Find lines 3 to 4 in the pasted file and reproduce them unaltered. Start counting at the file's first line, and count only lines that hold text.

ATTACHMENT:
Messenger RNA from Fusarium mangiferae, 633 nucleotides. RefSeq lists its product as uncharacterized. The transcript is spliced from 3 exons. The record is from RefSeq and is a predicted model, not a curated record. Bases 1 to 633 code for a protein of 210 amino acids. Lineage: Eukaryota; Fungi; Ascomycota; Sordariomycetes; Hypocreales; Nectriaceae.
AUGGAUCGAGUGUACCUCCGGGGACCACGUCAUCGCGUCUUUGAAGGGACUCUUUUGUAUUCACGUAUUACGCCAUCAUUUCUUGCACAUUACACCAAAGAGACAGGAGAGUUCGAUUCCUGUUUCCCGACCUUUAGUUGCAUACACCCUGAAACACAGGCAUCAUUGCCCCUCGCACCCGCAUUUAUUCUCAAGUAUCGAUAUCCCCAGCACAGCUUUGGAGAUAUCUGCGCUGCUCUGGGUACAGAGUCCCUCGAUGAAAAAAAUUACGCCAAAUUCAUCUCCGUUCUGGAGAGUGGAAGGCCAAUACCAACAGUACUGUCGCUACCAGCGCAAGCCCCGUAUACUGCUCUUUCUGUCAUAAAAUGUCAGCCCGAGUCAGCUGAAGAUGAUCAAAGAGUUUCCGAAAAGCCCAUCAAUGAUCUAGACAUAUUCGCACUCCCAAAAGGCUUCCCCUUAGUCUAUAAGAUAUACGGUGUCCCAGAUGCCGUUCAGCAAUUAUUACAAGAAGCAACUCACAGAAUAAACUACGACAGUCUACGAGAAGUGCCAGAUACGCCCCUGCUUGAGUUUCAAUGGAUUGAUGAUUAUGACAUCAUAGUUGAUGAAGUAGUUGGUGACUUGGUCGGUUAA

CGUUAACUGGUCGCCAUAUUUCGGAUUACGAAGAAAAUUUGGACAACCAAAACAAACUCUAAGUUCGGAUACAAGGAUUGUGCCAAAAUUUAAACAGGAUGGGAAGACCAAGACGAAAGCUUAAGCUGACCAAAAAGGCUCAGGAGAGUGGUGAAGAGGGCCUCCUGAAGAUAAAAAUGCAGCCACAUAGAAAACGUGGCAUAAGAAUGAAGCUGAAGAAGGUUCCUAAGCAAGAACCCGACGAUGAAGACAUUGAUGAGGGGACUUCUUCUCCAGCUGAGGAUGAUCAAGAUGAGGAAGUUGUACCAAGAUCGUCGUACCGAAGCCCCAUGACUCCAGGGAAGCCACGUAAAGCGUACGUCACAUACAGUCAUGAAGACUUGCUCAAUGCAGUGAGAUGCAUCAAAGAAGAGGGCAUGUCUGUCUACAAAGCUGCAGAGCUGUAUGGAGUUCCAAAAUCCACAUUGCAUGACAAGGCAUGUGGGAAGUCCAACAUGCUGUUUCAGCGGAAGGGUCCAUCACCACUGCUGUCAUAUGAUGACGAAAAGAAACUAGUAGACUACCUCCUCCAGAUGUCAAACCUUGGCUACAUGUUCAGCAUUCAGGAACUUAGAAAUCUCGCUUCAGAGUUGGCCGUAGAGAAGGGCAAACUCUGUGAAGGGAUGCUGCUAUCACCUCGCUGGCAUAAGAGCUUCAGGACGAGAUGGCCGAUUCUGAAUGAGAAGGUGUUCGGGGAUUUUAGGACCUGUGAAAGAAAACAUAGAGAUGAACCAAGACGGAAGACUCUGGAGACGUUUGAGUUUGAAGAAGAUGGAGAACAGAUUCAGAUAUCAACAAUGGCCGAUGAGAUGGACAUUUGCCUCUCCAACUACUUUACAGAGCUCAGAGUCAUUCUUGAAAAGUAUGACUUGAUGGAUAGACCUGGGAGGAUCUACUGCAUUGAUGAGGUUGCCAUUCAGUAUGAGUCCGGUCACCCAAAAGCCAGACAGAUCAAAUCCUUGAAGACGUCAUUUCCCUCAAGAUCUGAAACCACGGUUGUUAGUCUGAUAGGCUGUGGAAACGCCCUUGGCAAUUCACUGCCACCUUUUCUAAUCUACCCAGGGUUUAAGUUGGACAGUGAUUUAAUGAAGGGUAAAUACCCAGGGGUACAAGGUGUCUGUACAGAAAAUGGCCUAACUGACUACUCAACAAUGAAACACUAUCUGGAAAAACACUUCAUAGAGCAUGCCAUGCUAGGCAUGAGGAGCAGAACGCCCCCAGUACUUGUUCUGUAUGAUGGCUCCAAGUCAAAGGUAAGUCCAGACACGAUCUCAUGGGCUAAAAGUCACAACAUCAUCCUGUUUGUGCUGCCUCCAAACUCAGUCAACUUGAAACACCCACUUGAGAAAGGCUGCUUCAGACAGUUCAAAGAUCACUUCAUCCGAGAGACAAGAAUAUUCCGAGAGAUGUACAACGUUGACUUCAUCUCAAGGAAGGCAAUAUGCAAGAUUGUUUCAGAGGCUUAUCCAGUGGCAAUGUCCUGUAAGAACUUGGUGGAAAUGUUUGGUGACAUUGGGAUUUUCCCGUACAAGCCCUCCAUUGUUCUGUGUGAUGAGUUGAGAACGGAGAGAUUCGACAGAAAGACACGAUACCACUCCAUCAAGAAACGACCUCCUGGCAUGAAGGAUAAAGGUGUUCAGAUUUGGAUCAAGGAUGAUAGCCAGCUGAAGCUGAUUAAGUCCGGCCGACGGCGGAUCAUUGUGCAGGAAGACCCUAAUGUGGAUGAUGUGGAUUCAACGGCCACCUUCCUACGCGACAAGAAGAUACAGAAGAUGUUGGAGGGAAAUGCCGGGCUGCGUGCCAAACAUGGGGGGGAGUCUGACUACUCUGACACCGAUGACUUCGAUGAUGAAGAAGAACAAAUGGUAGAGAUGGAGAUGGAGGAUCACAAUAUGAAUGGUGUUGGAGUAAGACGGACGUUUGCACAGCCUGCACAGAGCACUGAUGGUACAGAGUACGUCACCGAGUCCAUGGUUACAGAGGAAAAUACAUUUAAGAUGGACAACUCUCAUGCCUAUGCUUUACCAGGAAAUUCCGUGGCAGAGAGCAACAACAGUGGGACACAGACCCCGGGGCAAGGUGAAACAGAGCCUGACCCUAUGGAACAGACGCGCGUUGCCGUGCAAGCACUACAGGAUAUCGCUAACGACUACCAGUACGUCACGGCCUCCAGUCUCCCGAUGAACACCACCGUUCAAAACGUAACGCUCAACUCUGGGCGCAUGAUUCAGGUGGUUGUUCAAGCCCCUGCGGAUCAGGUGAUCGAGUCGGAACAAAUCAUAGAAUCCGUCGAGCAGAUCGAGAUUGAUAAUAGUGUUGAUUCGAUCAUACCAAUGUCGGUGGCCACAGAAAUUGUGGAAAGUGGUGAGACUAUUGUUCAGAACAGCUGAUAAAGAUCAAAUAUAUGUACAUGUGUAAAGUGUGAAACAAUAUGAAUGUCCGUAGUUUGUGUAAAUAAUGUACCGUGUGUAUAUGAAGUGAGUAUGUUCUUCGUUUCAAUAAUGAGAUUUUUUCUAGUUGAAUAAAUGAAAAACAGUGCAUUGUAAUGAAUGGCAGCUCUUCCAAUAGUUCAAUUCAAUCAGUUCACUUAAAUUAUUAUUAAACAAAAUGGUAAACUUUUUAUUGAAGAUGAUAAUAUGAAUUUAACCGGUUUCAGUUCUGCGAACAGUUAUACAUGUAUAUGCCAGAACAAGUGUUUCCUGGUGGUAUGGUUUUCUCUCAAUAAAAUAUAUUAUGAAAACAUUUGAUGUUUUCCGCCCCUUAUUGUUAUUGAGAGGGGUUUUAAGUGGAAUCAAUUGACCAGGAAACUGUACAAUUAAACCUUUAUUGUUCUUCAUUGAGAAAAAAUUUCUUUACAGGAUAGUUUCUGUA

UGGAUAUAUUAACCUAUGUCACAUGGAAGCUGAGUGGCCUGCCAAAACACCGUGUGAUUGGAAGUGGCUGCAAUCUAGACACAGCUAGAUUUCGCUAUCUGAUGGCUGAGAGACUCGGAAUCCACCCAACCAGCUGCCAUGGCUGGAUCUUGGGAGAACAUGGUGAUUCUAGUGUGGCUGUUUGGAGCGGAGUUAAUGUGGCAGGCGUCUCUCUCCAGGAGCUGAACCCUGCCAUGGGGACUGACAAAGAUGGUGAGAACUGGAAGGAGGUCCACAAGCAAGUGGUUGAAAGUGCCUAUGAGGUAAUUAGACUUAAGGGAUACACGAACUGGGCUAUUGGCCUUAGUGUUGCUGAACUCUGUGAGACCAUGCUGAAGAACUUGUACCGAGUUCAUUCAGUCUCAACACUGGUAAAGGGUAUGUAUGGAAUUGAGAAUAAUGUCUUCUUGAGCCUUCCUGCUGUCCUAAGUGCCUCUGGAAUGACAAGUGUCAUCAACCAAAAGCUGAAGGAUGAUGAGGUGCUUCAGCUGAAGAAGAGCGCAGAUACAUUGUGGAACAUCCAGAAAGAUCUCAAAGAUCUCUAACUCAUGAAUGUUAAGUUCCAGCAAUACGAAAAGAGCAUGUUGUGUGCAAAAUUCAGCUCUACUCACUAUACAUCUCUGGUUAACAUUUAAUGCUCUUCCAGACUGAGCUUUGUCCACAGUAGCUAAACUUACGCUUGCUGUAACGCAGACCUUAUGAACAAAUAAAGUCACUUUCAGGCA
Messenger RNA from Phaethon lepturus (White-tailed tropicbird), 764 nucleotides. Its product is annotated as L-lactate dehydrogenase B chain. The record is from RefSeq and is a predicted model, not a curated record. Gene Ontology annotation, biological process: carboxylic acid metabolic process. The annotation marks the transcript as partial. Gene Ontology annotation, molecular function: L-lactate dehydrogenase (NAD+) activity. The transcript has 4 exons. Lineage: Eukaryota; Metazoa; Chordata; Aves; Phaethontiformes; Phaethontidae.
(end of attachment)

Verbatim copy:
CGUUAACUGGUCGCCAUAUUUCGGAUUACGAAGAAAAUUUGGACAACCAAAACAAACUCUAAGUUCGGAUACAAGGAUUGUGCCAAAAUUUAAACAGGAUGGGAAGACCAAGACGAAAGCUUAAGCUGACCAAAAAGGCUCAGGAGAGUGGUGAAGAGGGCCUCCUGAAGAUAAAAAUGCAGCCACAUAGAAAACGUGGCAUAAGAAUGAAGCUGAAGAAGGUUCCUAAGCAAGAACCCGACGAUGAAGACAUUGAUGAGGGGACUUCUUCUCCAGCUGAGGAUGAUCAAGAUGAGGAAGUUGUACCAAGAUCGUCGUACCGAAGCCCCAUGACUCCAGGGAAGCCACGUAAAGCGUACGUCACAUACAGUCAUGAAGACUUGCUCAAUGCAGUGAGAUGCAUCAAAGAAGAGGGCAUGUCUGUCUACAAAGCUGCAGAGCUGUAUGGAGUUCCAAAAUCCACAUUGCAUGACAAGGCAUGUGGGAAGUCCAACAUGCUGUUUCAGCGGAAGGGUCCAUCACCACUGCUGUCAUAUGAUGACGAAAAGAAACUAGUAGACUACCUCCUCCAGAUGUCAAACCUUGGCUACAUGUUCAGCAUUCAGGAACUUAGAAAUCUCGCUUCAGAGUUGGCCGUAGAGAAGGGCAAACUCUGUGAAGGGAUGCUGCUAUCACCUCGCUGGCAUAAGAGCUUCAGGACGAGAUGGCCGAUUCUGAAUGAGAAGGUGUUCGGGGAUUUUAGGACCUGUGAAAGAAAACAUAGAGAUGAACCAAGACGGAAGACUCUGGAGACGUUUGAGUUUGAAGAAGAUGGAGAACAGAUUCAGAUAUCAACAAUGGCCGAUGAGAUGGACAUUUGCCUCUCCAACUACUUUACAGAGCUCAGAGUCAUUCUUGAAAAGUAUGACUUGAUGGAUAGACCUGGGAGGAUCUACUGCAUUGAUGAGGUUGCCAUUCAGUAUGAGUCCGGUCACCCAAAAGCCAGACAGAUCAAAUCCUUGAAGACGUCAUUUCCCUCAAGAUCUGAAACCACGGUUGUUAGUCUGAUAGGCUGUGGAAACGCCCUUGGCAAUUCACUGCCACCUUUUCUAAUCUACCCAGGGUUUAAGUUGGACAGUGAUUUAAUGAAGGGUAAAUACCCAGGGGUACAAGGUGUCUGUACAGAAAAUGGCCUAACUGACUACUCAACAAUGAAACACUAUCUGGAAAAACACUUCAUAGAGCAUGCCAUGCUAGGCAUGAGGAGCAGAACGCCCCCAGUACUUGUUCUGUAUGAUGGCUCCAAGUCAAAGGUAAGUCCAGACACGAUCUCAUGGGCUAAAAGUCACAACAUCAUCCUGUUUGUGCUGCCUCCAAACUCAGUCAACUUGAAACACCCACUUGAGAAAGGCUGCUUCAGACAGUUCAAAGAUCACUUCAUCCGAGAGACAAGAAUAUUCCGAGAGAUGUACAACGUUGACUUCAUCUCAAGGAAGGCAAUAUGCAAGAUUGUUUCAGAGGCUUAUCCAGUGGCAAUGUCCUGUAAGAACUUGGUGGAAAUGUUUGGUGACAUUGGGAUUUUCCCGUACAAGCCCUCCAUUGUUCUGUGUGAUGAGUUGAGAACGGAGAGAUUCGACAGAAAGACACGAUACCACUCCAUCAAGAAACGACCUCCUGGCAUGAAGGAUAAAGGUGUUCAGAUUUGGAUCAAGGAUGAUAGCCAGCUGAAGCUGAUUAAGUCCGGCCGACGGCGGAUCAUUGUGCAGGAAGACCCUAAUGUGGAUGAUGUGGAUUCAACGGCCACCUUCCUACGCGACAAGAAGAUACAGAAGAUGUUGGAGGGAAAUGCCGGGCUGCGUGCCAAACAUGGGGGGGAGUCUGACUACUCUGACACCGAUGACUUCGAUGAUGAAGAAGAACAAAUGGUAGAGAUGGAGAUGGAGGAUCACAAUAUGAAUGGUGUUGGAGUAAGACGGACGUUUGCACAGCCUGCACAGAGCACUGAUGGUACAGAGUACGUCACCGAGUCCAUGGUUACAGAGGAAAAUACAUUUAAGAUGGACAACUCUCAUGCCUAUGCUUUACCAGGAAAUUCCGUGGCAGAGAGCAACAACAGUGGGACACAGACCCCGGGGCAAGGUGAAACAGAGCCUGACCCUAUGGAACAGACGCGCGUUGCCGUGCAAGCACUACAGGAUAUCGCUAACGACUACCAGUACGUCACGGCCUCCAGUCUCCCGAUGAACACCACCGUUCAAAACGUAACGCUCAACUCUGGGCGCAUGAUUCAGGUGGUUGUUCAAGCCCCUGCGGAUCAGGUGAUCGAGUCGGAACAAAUCAUAGAAUCCGUCGAGCAGAUCGAGAUUGAUAAUAGUGUUGAUUCGAUCAUACCAAUGUCGGUGGCCACAGAAAUUGUGGAAAGUGGUGAGACUAUUGUUCAGAACAGCUGAUAAAGAUCAAAUAUAUGUACAUGUGUAAAGUGUGAAACAAUAUGAAUGUCCGUAGUUUGUGUAAAUAAUGUACCGUGUGUAUAUGAAGUGAGUAUGUUCUUCGUUUCAAUAAUGAGAUUUUUUCUAGUUGAAUAAAUGAAAAACAGUGCAUUGUAAUGAAUGGCAGCUCUUCCAAUAGUUCAAUUCAAUCAGUUCACUUAAAUUAUUAUUAAACAAAAUGGUAAACUUUUUAUUGAAGAUGAUAAUAUGAAUUUAACCGGUUUCAGUUCUGCGAACAGUUAUACAUGUAUAUGCCAGAACAAGUGUUUCCUGGUGGUAUGGUUUUCUCUCAAUAAAAUAUAUUAUGAAAACAUUUGAUGUUUUCCGCCCCUUAUUGUUAUUGAGAGGGGUUUUAAGUGGAAUCAAUUGACCAGGAAACUGUACAAUUAAACCUUUAUUGUUCUUCAUUGAGAAAAAAUUUCUUUACAGGAUAGUUUCUGUA

UGGAUAUAUUAACCUAUGUCACAUGGAAGCUGAGUGGCCUGCCAAAACACCGUGUGAUUGGAAGUGGCUGCAAUCUAGACACAGCUAGAUUUCGCUAUCUGAUGGCUGAGAGACUCGGAAUCCACCCAACCAGCUGCCAUGGCUGGAUCUUGGGAGAACAUGGUGAUUCUAGUGUGGCUGUUUGGAGCGGAGUUAAUGUGGCAGGCGUCUCUCUCCAGGAGCUGAACCCUGCCAUGGGGACUGACAAAGAUGGUGAGAACUGGAAGGAGGUCCACAAGCAAGUGGUUGAAAGUGCCUAUGAGGUAAUUAGACUUAAGGGAUACACGAACUGGGCUAUUGGCCUUAGUGUUGCUGAACUCUGUGAGACCAUGCUGAAGAACUUGUACCGAGUUCAUUCAGUCUCAACACUGGUAAAGGGUAUGUAUGGAAUUGAGAAUAAUGUCUUCUUGAGCCUUCCUGCUGUCCUAAGUGCCUCUGGAAUGACAAGUGUCAUCAACCAAAAGCUGAAGGAUGAUGAGGUGCUUCAGCUGAAGAAGAGCGCAGAUACAUUGUGGAACAUCCAGAAAGAUCUCAAAGAUCUCUAACUCAUGAAUGUUAAGUUCCAGCAAUACGAAAAGAGCAUGUUGUGUGCAAAAUUCAGCUCUACUCACUAUACAUCUCUGGUUAACAUUUAAUGCUCUUCCAGACUGAGCUUUGUCCACAGUAGCUAAACUUACGCUUGCUGUAACGCAGACCUUAUGAACAAAUAAAGUCACUUUCAGGCA